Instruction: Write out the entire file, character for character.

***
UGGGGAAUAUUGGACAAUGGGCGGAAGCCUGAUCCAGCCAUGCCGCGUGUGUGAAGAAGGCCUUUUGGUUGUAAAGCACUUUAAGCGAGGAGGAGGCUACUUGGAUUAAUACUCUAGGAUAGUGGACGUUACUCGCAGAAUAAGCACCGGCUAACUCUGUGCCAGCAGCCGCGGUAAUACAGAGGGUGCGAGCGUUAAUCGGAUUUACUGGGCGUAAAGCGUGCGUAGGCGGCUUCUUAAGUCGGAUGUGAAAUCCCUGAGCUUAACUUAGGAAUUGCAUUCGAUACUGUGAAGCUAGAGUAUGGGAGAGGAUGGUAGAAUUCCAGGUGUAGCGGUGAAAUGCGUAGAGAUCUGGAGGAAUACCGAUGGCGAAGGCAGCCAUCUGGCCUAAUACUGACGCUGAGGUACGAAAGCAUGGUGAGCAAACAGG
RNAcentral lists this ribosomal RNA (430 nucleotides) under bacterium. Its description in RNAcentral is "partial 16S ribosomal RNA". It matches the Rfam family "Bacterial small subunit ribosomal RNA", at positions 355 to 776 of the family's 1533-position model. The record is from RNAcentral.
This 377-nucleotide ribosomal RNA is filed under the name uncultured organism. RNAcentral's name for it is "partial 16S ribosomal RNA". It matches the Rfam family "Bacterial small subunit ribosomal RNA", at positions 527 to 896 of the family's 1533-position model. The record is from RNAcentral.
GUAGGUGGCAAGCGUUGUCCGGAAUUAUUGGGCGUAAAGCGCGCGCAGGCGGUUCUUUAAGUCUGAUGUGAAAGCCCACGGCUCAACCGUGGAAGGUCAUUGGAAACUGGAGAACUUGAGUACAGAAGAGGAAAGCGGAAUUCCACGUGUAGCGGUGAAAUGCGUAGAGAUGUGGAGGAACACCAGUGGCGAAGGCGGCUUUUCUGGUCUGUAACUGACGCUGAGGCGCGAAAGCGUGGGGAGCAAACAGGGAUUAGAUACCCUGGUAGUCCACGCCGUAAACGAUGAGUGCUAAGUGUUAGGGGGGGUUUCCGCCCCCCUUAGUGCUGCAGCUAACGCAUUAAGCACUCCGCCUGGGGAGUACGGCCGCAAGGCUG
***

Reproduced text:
UGGGGAAUAUUGGACAAUGGGCGGAAGCCUGAUCCAGCCAUGCCGCGUGUGUGAAGAAGGCCUUUUGGUUGUAAAGCACUUUAAGCGAGGAGGAGGCUACUUGGAUUAAUACUCUAGGAUAGUGGACGUUACUCGCAGAAUAAGCACCGGCUAACUCUGUGCCAGCAGCCGCGGUAAUACAGAGGGUGCGAGCGUUAAUCGGAUUUACUGGGCGUAAAGCGUGCGUAGGCGGCUUCUUAAGUCGGAUGUGAAAUCCCUGAGCUUAACUUAGGAAUUGCAUUCGAUACUGUGAAGCUAGAGUAUGGGAGAGGAUGGUAGAAUUCCAGGUGUAGCGGUGAAAUGCGUAGAGAUCUGGAGGAAUACCGAUGGCGAAGGCAGCCAUCUGGCCUAAUACUGACGCUGAGGUACGAAAGCAUGGUGAGCAAACAGG
RNAcentral lists this ribosomal RNA (430 nucleotides) under bacterium. Its description in RNAcentral is "partial 16S ribosomal RNA". It matches the Rfam family "Bacterial small subunit ribosomal RNA", at positions 355 to 776 of the family's 1533-position model. The record is from RNAcentral.
This 377-nucleotide ribosomal RNA is filed under the name uncultured organism. RNAcentral's name for it is "partial 16S ribosomal RNA". It matches the Rfam family "Bacterial small subunit ribosomal RNA", at positions 527 to 896 of the family's 1533-position model. The record is from RNAcentral.
GUAGGUGGCAAGCGUUGUCCGGAAUUAUUGGGCGUAAAGCGCGCGCAGGCGGUUCUUUAAGUCUGAUGUGAAAGCCCACGGCUCAACCGUGGAAGGUCAUUGGAAACUGGAGAACUUGAGUACAGAAGAGGAAAGCGGAAUUCCACGUGUAGCGGUGAAAUGCGUAGAGAUGUGGAGGAACACCAGUGGCGAAGGCGGCUUUUCUGGUCUGUAACUGACGCUGAGGCGCGAAAGCGUGGGGAGCAAACAGGGAUUAGAUACCCUGGUAGUCCACGCCGUAAACGAUGAGUGCUAAGUGUUAGGGGGGGUUUCCGCCCCCCUUAGUGCUGCAGCUAACGCAUUAAGCACUCCGCCUGGGGAGUACGGCCGCAAGGCUG